Unmasking the Superhero

Superheroes are a cultural phenomenon and big business. While many of us can easily list a range of superheroes and their powers, have you ever wondered what their powers represent? Is there a deeper meaning to superheroes? Origin stories help us understand what makes a superhero “tick” while also allowing us to dissect complex issues such as loss, trauma, and fear. This course begins by tracing the historical roots of superheroes starting from Gilgamesh in 2100 BC to those depicted in modern comic books, graphic novels, or motion pictures. Next, we will examine the origin stories of four superheroes to understand their motivations, values, and conflicts, as well as the broader political, social and cultural context that shape who they are. This course will conclude by exploring the impact superheroes have on real people such as fans or vigilantes. Students will have an opportunity to research a particular superhero, participate in class discussions, read comics and short articles, and watch and breakdown movies.

 

Protest! Why Bother?

What do Autumn Peltier, Greta Thunberg, Joshua Wong Chi-Fung, Jonathan van Ness, Malala Yousafzai, Sophie Scholl, Harvey Milk, 2017 NFL players, AVAAZ, and the German pop band The Donots have in common? They are protesters who are trying to change their world. Why did they bother? This course will examine protests in diverse realms, such as education, music, science, architecture, literature and politics. We will look at what the activists are protesting, how they protest, and why, while also examining the role of activism in society and the crucial elements of successful protest movements. We will analyze diverse methods of protest, including the role of the media, and evaluate their effectiveness. The course will feature visits with local activists in Edmonton and Camrose. These topics will force us to confront issues of race, gender, LGBTQ2S+, religion, politics, etc., while challenging us to examine our own standpoints in respectful conversation with others.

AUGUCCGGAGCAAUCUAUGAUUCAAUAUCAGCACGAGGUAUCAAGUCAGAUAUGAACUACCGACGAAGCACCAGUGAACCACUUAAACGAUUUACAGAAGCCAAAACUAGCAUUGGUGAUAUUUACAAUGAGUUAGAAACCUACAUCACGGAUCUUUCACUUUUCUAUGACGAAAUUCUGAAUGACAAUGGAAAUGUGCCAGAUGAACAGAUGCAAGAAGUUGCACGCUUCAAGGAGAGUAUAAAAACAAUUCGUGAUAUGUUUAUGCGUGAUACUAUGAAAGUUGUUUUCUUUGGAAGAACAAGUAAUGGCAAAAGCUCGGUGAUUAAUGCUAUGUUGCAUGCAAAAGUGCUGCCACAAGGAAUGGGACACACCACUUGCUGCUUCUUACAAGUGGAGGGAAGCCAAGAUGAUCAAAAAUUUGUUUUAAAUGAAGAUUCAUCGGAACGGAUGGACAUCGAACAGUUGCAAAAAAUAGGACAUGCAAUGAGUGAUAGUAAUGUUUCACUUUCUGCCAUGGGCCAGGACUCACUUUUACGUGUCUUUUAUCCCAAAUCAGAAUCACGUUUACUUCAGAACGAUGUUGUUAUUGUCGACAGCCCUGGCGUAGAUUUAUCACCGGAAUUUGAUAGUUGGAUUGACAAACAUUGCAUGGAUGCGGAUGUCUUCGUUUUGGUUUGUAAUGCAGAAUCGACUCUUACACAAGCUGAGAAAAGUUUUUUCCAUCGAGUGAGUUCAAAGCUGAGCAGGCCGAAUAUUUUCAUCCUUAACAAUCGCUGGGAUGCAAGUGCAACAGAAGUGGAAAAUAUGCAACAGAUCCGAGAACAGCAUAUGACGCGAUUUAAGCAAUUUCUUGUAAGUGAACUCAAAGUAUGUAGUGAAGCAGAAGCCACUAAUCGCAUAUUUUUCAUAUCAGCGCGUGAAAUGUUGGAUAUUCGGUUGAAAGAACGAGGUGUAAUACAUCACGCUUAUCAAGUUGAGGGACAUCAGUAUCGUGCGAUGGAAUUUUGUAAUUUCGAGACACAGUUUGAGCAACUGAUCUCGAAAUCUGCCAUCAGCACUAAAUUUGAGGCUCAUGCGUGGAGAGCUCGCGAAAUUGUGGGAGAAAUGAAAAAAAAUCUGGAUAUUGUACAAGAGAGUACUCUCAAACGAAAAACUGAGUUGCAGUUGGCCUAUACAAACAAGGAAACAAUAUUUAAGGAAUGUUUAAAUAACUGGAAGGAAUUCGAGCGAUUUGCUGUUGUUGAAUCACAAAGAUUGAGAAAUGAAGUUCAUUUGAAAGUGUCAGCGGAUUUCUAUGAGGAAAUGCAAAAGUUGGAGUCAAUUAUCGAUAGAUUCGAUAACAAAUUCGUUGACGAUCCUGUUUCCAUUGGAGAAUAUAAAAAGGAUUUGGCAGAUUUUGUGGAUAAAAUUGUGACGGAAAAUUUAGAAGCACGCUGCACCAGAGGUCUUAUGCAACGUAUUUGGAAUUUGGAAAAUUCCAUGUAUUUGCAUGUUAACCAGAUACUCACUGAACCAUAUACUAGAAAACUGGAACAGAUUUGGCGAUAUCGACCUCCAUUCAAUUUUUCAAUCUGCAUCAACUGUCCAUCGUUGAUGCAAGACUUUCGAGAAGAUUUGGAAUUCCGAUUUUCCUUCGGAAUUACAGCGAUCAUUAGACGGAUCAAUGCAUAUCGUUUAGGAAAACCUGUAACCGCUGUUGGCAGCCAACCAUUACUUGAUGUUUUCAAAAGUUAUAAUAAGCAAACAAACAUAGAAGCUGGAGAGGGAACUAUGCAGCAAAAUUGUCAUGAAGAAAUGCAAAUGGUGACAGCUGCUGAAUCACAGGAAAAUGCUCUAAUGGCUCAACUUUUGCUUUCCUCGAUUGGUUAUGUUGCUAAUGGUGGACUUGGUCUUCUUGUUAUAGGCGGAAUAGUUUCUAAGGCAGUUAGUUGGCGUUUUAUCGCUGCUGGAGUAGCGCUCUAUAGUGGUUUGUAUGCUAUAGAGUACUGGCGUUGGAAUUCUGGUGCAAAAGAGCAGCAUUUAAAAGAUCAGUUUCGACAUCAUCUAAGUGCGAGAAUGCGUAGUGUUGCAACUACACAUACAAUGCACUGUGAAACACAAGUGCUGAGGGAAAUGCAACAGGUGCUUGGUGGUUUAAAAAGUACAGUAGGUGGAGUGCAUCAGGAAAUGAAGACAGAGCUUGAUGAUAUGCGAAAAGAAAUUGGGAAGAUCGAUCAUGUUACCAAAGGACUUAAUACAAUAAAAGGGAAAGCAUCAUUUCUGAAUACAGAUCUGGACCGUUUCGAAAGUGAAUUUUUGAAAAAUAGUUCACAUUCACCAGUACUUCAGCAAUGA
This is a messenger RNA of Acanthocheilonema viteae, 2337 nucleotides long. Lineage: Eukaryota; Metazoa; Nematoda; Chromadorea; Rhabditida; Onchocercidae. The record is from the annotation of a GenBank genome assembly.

Democracy: Power to the People?

Democracy, derived from the Greek demokratia, is a form of political governance that literally means “rule by the people.” It’s a simple and widely endorsed idea that is, at the same time, incredibly complex and contested. Plato believed giving political power “to the people” was a terrible mistake, the founders of most contemporary democracies worked to ensure only a select group of “people” were granted power, and today, it is common to hear claims that the current system fails to truly “listen to the people.” Engaging with a diverse array of materials including works of literature; ancient, popular and scholarly texts from various fields; and depictions of democracy in media and film, this course will explore these issues while considering some seemingly straightforward questions: What is democracy? Just who are “the people”? And, above all, what makes a state truly democratic?

 

Witness: Memory and the Self

Memory shapes everything we know, feel and think, and also aids us in new understanding. Memoir, the act of recording one’s own experience, is as old as cave-paintings and as new as TikTok, Instagram, and the latest FPS game. Writing in the first person—a prose selfie—may bring illuminating perspective, or can be self-indulgent and sentimental. But pivotal events in human history come down to us in their most vivid versions as eye-witness accounts from people who were there. By writing and reading first- person accounts (fact/fiction, text/spoken word) ranging from residential school survivors to recent immigrants, from childhood to old age, we will trace our understanding of the self and examine how we look at others. Renowned Canadian writers working in memoir and the first person will visit the class. As well as a memoir, students will write a critical biography, researching a public figure whose life tallies with their own ideas of human worth, or contrasts sharply with those ideas, to reflect and resonate with their own autobiographical project. Primary sources (diaries, letters, historical records and journalism) are fodder for this examination of how the eye looks at the world, and how the world looks back at us.